1 Preliminary remarks topenlarge
Fracture assessment and decision making
In these fractures, the distal fragment is displaced in a palmar direction. These are often referred to as Goyrand or Smith fractures. Due to the pull of the flexor tendons, the fragment tends to redisplace after closed reduction.
The treatment of choice, therefore, is palmar buttress plating.
Advances in plate design have provided angular stable fixation. This allows enhanced stability and ease of application, even in the presence of osteoporotic bone. Plates with variable angle locking screw options may be useful.
2 Patient preparation and approach topenlarge
This procedure is normally performed with the patient in a supine position for palmar approaches.
A thorough knowledge of the anatomy around the wrist is essential. Read more about the anatomy of the distal forearm.
3 Reduction topenlarge
Reduce the fracture using the following steps:
- Increase palmar angulation to disimpact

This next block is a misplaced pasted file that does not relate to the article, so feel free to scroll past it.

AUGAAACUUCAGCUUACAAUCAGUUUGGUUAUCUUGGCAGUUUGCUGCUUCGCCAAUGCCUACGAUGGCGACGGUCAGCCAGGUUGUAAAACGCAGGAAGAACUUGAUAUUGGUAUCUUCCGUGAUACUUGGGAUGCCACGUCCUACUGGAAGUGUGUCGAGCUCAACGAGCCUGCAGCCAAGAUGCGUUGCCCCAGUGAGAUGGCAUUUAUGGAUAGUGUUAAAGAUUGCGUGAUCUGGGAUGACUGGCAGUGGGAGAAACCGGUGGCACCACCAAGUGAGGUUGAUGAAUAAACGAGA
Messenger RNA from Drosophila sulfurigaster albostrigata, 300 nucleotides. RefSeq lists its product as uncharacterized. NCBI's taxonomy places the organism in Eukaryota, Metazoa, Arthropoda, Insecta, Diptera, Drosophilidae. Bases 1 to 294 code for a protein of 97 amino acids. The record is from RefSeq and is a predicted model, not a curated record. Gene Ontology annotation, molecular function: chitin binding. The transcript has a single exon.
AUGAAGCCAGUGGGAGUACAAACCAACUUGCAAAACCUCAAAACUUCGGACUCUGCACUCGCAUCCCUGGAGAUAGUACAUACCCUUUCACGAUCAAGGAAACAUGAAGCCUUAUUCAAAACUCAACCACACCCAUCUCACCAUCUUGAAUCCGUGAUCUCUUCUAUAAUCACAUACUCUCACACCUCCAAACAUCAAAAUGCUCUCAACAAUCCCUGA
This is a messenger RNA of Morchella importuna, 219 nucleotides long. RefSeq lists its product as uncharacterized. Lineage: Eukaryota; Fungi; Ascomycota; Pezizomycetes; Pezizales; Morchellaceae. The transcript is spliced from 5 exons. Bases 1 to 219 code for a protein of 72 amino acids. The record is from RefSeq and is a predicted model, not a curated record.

- With traction applied, in association with distal pressure on the metaphyseal fragment, extend the hand and wrist
Final anatomical reduction can be achieved by direct manipulation, using a dental pick or similar hook.
A smooth K-wire is placed through the radial styloid across the fracture site into the opposite radial cortex to secure the reduction.
Pitfall: Over reduction
Care must be taken not to over reduce the distal fragment and create a dorsal displacement of the distal fragment. After confirmation of reduction under image intensification, the distal fragment should always be secured with plate and screws.
4 Plate fixation topenlarge
Apply the plate to the bone. The distal end of the plate should end at the anatomic watershed zone of the distal radius.
Insert a screw into the oblong plate hole in the proximal radial fragment. Select a screw which is long enough to engage both cortices.
Before fully tightening it, check the plate position using intraoperative imaging, adjusting the position of the plate as necessary.
The initial distal screw should be placed through the ulnar sided screw holes.
The reason for this is that if the initial screw is placed on the radial side it will block accurate imaging of the ulnar screw placement.
A sagittal image is obtained with the angle of the X-ray beam directed 20° obliquely to the radius to control that the screw is not penetrating the radial carpal joint.
Insert remaining screws
Insert at least 3 distal locking head screws.
Then insert at least two more proximal screws.
Remove the K-wire.